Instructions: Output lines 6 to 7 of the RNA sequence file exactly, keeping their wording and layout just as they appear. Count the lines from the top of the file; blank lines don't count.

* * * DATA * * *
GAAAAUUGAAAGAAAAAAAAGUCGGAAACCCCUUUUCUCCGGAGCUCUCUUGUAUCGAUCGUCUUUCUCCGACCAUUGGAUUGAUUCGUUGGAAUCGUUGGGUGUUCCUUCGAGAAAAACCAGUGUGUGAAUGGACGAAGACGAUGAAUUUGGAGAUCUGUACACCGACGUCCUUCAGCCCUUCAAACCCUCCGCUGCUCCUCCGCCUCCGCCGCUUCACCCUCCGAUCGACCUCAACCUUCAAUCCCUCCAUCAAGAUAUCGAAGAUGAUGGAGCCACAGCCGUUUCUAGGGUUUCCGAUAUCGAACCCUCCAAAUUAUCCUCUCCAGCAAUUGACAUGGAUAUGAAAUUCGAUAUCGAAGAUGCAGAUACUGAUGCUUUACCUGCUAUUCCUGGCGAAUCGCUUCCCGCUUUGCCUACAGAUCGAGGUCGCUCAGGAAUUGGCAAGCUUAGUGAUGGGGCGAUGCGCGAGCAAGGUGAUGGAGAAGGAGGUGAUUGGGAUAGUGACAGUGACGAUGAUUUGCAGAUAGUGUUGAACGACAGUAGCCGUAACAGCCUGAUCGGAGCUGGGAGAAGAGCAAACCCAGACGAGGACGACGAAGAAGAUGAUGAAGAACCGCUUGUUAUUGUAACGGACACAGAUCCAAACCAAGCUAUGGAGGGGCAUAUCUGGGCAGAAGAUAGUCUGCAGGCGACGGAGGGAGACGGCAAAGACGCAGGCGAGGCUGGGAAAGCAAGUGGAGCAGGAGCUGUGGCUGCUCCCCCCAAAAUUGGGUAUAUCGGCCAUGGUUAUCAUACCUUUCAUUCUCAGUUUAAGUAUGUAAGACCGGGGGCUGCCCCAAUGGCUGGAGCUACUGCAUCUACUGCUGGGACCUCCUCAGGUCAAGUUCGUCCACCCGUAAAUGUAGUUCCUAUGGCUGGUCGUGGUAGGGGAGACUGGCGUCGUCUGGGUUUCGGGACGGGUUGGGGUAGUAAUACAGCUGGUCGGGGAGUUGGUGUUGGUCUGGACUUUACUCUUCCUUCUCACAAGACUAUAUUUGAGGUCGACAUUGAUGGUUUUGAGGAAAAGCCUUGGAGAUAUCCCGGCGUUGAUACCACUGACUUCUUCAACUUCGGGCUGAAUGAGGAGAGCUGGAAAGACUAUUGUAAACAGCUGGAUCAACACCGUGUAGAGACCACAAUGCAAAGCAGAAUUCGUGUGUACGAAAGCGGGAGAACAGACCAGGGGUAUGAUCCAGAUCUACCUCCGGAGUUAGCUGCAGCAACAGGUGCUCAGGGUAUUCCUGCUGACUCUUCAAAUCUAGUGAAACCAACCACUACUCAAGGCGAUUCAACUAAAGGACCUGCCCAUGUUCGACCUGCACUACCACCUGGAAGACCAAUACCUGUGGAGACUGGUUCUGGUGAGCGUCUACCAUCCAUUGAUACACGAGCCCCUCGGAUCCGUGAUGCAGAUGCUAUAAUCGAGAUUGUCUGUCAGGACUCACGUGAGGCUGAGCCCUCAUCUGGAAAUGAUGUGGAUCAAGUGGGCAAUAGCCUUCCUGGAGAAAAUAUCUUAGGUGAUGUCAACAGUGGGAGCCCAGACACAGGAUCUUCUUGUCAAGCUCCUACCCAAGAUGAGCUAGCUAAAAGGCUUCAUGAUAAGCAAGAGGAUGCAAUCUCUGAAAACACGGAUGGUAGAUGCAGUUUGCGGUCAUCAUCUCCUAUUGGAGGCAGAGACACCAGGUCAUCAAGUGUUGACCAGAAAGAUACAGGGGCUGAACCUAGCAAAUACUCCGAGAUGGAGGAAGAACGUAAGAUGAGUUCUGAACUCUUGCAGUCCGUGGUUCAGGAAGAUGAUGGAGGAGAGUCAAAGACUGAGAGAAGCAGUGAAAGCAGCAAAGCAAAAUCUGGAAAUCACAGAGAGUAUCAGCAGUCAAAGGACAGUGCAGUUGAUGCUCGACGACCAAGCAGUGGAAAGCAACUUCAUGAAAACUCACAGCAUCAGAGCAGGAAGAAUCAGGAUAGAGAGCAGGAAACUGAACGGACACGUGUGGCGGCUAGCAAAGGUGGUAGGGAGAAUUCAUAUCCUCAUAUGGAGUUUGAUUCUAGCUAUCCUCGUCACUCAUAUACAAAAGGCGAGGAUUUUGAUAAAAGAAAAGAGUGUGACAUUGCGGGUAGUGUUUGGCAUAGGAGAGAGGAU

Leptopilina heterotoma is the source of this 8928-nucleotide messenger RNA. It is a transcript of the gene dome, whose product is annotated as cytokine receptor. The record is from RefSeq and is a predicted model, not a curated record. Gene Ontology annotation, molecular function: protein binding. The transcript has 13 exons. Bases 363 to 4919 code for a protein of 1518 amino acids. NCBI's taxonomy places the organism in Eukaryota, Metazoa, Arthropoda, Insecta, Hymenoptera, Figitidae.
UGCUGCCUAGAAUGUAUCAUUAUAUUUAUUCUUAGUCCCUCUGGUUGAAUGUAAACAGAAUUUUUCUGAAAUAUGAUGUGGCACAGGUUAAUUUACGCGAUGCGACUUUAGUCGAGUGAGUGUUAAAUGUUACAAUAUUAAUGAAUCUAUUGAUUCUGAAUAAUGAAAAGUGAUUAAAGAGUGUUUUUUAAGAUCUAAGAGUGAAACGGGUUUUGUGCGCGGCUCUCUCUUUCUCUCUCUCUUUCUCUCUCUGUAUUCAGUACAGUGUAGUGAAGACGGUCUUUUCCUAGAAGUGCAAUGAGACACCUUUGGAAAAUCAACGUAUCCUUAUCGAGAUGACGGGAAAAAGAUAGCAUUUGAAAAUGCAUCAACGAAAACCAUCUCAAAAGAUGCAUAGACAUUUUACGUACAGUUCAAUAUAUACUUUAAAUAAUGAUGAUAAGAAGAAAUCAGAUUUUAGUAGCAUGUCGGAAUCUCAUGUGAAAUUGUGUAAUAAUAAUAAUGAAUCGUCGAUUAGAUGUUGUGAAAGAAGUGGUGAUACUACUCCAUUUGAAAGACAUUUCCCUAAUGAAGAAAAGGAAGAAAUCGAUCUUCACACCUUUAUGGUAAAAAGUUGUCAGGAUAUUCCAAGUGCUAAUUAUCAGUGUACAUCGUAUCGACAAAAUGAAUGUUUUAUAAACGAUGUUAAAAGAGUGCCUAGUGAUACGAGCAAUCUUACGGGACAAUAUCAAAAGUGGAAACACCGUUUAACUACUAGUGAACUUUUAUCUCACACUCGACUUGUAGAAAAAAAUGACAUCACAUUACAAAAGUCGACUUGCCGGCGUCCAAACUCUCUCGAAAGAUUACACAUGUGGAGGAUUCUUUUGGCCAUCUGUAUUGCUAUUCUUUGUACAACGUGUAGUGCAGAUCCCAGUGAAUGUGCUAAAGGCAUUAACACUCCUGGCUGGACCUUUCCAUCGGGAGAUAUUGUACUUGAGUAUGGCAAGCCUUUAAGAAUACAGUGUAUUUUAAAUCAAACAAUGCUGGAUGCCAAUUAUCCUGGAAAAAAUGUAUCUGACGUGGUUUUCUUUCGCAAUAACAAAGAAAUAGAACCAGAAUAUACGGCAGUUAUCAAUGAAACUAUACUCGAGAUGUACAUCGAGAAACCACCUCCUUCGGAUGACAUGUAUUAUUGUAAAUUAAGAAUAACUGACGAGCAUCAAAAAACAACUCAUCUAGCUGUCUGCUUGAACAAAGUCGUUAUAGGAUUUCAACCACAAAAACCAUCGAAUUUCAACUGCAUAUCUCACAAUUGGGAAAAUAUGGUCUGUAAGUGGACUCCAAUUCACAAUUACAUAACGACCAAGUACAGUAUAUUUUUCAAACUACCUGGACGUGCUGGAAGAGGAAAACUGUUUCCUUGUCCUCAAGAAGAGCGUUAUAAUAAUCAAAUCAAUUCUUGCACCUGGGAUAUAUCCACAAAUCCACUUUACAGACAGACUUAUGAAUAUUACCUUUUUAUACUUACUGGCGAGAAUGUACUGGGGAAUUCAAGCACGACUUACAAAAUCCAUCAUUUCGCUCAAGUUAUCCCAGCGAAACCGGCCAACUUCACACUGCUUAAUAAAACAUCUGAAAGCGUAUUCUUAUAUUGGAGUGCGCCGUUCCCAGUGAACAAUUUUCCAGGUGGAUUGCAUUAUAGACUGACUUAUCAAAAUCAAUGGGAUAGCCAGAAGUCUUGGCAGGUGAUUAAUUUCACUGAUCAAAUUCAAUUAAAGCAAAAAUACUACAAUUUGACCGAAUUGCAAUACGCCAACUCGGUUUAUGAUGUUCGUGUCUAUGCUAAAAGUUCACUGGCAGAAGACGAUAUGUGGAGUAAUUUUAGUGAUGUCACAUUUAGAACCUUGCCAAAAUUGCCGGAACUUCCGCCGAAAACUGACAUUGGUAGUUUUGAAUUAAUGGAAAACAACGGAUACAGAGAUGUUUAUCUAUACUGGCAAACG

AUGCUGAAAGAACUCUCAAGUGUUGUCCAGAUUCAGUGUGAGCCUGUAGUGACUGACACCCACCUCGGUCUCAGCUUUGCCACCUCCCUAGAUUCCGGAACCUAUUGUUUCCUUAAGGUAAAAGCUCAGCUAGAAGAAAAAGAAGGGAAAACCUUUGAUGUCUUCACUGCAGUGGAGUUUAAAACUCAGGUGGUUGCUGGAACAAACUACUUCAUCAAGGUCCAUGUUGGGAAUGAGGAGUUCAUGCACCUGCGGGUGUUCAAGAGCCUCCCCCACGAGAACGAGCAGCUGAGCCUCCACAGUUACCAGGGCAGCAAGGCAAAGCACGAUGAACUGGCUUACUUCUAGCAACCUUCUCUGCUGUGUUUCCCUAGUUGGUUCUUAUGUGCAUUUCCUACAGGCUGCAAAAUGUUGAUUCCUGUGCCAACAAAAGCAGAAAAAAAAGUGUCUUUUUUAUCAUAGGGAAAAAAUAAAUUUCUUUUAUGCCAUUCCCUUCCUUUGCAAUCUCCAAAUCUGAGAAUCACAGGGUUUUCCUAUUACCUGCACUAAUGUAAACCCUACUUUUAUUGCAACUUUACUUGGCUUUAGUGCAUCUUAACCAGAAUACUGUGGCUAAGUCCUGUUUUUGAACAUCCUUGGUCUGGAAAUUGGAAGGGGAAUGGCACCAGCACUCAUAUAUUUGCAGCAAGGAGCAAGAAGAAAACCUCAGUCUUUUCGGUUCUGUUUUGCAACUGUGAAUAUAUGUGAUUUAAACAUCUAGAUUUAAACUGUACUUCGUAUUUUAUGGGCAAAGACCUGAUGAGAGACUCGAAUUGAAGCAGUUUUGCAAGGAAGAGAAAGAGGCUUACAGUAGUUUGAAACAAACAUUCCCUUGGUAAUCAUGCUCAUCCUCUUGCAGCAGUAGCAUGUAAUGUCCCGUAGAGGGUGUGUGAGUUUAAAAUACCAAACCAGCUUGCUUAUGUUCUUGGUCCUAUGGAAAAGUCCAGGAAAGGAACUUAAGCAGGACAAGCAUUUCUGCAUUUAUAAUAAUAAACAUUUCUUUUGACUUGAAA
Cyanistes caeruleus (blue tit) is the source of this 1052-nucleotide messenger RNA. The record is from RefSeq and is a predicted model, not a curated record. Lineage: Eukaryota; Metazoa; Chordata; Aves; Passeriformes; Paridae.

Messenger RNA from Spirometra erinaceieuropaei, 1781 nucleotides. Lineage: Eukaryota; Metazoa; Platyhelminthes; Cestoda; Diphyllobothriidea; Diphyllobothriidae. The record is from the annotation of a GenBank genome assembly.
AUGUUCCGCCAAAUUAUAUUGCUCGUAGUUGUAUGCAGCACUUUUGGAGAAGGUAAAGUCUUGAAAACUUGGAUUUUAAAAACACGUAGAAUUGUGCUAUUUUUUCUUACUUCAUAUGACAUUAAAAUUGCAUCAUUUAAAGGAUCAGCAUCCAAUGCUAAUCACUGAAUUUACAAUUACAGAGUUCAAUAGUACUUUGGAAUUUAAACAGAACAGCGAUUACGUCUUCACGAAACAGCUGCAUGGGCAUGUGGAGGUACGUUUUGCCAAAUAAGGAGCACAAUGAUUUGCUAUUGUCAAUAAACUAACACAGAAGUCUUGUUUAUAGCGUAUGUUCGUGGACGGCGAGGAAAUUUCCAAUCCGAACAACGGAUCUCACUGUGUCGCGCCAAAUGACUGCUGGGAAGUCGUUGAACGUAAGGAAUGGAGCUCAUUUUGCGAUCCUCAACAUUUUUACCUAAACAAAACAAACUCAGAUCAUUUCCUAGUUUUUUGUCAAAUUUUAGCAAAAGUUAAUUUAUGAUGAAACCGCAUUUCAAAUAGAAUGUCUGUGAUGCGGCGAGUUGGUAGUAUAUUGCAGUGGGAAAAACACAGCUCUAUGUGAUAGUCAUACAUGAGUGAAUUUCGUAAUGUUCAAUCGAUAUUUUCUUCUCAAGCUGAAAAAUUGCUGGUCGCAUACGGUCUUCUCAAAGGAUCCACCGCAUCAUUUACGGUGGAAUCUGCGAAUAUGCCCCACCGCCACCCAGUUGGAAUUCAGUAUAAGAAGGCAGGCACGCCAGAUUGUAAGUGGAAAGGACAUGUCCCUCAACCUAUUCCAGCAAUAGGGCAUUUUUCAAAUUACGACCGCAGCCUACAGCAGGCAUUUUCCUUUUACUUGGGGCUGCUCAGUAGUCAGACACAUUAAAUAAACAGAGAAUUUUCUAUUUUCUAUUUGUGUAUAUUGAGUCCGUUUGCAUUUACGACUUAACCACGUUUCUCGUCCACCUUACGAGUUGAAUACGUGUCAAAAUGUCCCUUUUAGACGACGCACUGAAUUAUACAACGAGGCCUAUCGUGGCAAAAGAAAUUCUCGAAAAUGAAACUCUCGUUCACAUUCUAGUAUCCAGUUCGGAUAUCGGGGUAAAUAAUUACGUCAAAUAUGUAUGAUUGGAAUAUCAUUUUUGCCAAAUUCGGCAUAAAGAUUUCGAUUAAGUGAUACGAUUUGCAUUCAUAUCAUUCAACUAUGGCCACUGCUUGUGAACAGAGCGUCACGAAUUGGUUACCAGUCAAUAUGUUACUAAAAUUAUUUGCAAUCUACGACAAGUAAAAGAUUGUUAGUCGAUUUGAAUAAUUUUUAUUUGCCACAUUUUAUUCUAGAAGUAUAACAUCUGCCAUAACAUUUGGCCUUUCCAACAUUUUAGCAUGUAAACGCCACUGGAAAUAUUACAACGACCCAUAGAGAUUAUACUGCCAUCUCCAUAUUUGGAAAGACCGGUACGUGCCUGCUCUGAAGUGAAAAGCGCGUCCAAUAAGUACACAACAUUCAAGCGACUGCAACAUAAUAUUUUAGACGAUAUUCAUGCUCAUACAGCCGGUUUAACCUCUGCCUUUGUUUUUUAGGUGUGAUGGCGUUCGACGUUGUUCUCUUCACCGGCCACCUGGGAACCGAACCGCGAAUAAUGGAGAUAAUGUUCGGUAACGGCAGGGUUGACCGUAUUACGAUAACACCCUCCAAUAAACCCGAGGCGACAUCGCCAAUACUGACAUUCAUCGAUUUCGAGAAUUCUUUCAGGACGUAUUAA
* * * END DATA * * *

Messenger RNA from Spirometra erinaceieuropaei, 1781 nucleotides. Lineage: Eukaryota; Metazoa; Platyhelminthes; Cestoda; Diphyllobothriidea; Diphyllobothriidae. The record is from the annotation of a GenBank genome assembly.
AUGUUCCGCCAAAUUAUAUUGCUCGUAGUUGUAUGCAGCACUUUUGGAGAAGGUAAAGUCUUGAAAACUUGGAUUUUAAAAACACGUAGAAUUGUGCUAUUUUUUCUUACUUCAUAUGACAUUAAAAUUGCAUCAUUUAAAGGAUCAGCAUCCAAUGCUAAUCACUGAAUUUACAAUUACAGAGUUCAAUAGUACUUUGGAAUUUAAACAGAACAGCGAUUACGUCUUCACGAAACAGCUGCAUGGGCAUGUGGAGGUACGUUUUGCCAAAUAAGGAGCACAAUGAUUUGCUAUUGUCAAUAAACUAACACAGAAGUCUUGUUUAUAGCGUAUGUUCGUGGACGGCGAGGAAAUUUCCAAUCCGAACAACGGAUCUCACUGUGUCGCGCCAAAUGACUGCUGGGAAGUCGUUGAACGUAAGGAAUGGAGCUCAUUUUGCGAUCCUCAACAUUUUUACCUAAACAAAACAAACUCAGAUCAUUUCCUAGUUUUUUGUCAAAUUUUAGCAAAAGUUAAUUUAUGAUGAAACCGCAUUUCAAAUAGAAUGUCUGUGAUGCGGCGAGUUGGUAGUAUAUUGCAGUGGGAAAAACACAGCUCUAUGUGAUAGUCAUACAUGAGUGAAUUUCGUAAUGUUCAAUCGAUAUUUUCUUCUCAAGCUGAAAAAUUGCUGGUCGCAUACGGUCUUCUCAAAGGAUCCACCGCAUCAUUUACGGUGGAAUCUGCGAAUAUGCCCCACCGCCACCCAGUUGGAAUUCAGUAUAAGAAGGCAGGCACGCCAGAUUGUAAGUGGAAAGGACAUGUCCCUCAACCUAUUCCAGCAAUAGGGCAUUUUUCAAAUUACGACCGCAGCCUACAGCAGGCAUUUUCCUUUUACUUGGGGCUGCUCAGUAGUCAGACACAUUAAAUAAACAGAGAAUUUUCUAUUUUCUAUUUGUGUAUAUUGAGUCCGUUUGCAUUUACGACUUAACCACGUUUCUCGUCCACCUUACGAGUUGAAUACGUGUCAAAAUGUCCCUUUUAGACGACGCACUGAAUUAUACAACGAGGCCUAUCGUGGCAAAAGAAAUUCUCGAAAAUGAAACUCUCGUUCACAUUCUAGUAUCCAGUUCGGAUAUCGGGGUAAAUAAUUACGUCAAAUAUGUAUGAUUGGAAUAUCAUUUUUGCCAAAUUCGGCAUAAAGAUUUCGAUUAAGUGAUACGAUUUGCAUUCAUAUCAUUCAACUAUGGCCACUGCUUGUGAACAGAGCGUCACGAAUUGGUUACCAGUCAAUAUGUUACUAAAAUUAUUUGCAAUCUACGACAAGUAAAAGAUUGUUAGUCGAUUUGAAUAAUUUUUAUUUGCCACAUUUUAUUCUAGAAGUAUAACAUCUGCCAUAACAUUUGGCCUUUCCAACAUUUUAGCAUGUAAACGCCACUGGAAAUAUUACAACGACCCAUAGAGAUUAUACUGCCAUCUCCAUAUUUGGAAAGACCGGUACGUGCCUGCUCUGAAGUGAAAAGCGCGUCCAAUAAGUACACAACAUUCAAGCGACUGCAACAUAAUAUUUUAGACGAUAUUCAUGCUCAUACAGCCGGUUUAACCUCUGCCUUUGUUUUUUAGGUGUGAUGGCGUUCGACGUUGUUCUCUUCACCGGCCACCUGGGAACCGAACCGCGAAUAAUGGAGAUAAUGUUCGGUAACGGCAGGGUUGACCGUAUUACGAUAACACCCUCCAAUAAACCCGAGGCGACAUCGCCAAUACUGACAUUCAUCGAUUUCGAGAAUUCUUUCAGGACGUAUUAA